Until the 20th century Slovenia was under foreign rule, mostly by the Habsburg monarchy of Austro-Hungary. Slovenia joined Yugoslavia after the World War I, then was part of the Socialist Federal Republic of Yugoslavia after the World War II. Slovenia is a young country that has only been independent since 1991 when after more than 70 years of being part of Yugoslavia, almost 90% of Slovenes voted for independence. Slovenia joined the EU in 2004.
The Triglav National Park is the only Slovenian national park. Located along the Italian border and close to the Austrian border, the park covers 880 square kilometers. The park was named after Triglav, the highest mountain and summit in Slovenia (2864 m). The origin of the name Triglav (which means three-headed) is not known for sure: it is either because of the characteristic shape of the mountain or the highest Slavic deity who’s throne was thought to be at the top. The image of this special mountain is displayed on the national coat of arms and the flag; Triglav is a true national symbol. Take time to explore some of the hiking trails of the park; you can even stay in a mountain hut if you make arrangements.
World War 1 Outdoor Museum
The Soca Valley is very famous for its water and thrilling adventures, however there is a piece of history that is worth seeing if you are in the area. Located up in the hills overlooking the valley, the view of the landscape is beautiful but close to the town of Bovec , there is an outdoor museum of the First World War. The walking path runs along the original Austro-Hungarian first line of defense. In a relatively small area, you can see caves, pillboxes, machine-gun parts and restored cabins. I can tell you that you will never feel so “into” history walking through the ruins and open spaces imagining what times were like. I was the only person there when I toured the land and this made it even more special. The views are breathtaking and look right down to the river.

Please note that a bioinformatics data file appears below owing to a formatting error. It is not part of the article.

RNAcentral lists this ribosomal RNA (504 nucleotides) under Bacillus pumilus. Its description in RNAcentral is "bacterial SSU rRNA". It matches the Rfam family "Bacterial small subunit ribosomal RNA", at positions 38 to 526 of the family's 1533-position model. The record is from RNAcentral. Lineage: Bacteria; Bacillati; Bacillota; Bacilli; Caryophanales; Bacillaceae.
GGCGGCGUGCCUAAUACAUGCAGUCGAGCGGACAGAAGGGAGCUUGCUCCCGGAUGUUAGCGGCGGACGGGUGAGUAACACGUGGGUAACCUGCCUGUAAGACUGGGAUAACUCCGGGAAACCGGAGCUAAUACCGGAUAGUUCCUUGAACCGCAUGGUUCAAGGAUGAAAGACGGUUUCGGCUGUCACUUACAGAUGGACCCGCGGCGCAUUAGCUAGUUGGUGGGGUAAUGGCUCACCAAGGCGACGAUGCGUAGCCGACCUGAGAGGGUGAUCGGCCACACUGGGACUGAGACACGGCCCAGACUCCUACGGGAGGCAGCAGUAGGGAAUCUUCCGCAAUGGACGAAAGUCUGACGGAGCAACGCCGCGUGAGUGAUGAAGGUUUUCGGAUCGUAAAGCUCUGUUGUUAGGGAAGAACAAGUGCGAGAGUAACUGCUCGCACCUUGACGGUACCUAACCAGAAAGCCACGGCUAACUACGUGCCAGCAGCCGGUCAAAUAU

The remains of the castle stand on the hills south-east of Celje overlooking the Savinja river and the Laskos valley. The castle was owned by the Vovbre and later Žovnek families, and Celje Counts (after the year 1333). When the last line of Celje Counts were murdered in 1456, the property of the castle became part of the country’s princely property. In the 17th century it began to decay. In 1755 the castle was purchased by Count Gaisruck to be used as a quarry and remained a quarry into the 19th century. Since 1846 the walls of the castle have been protected and the maintenance and repair of Celje castle has continued. The castle is open for tours and has a summer theatre for performances and concerts. You can also see living history as knights tend to their training, perfect their archery and prepare fires and meals just like in the middle ages.
Winemaking in Ptuj dates back to the year 1239 when the Minorite Monastery was established. The Minorites used their large parcels of land to grow grapes and built the first larger wine cellars. The largest preserved wine cellar still in use is in the Minorite Monastery of Ptuj.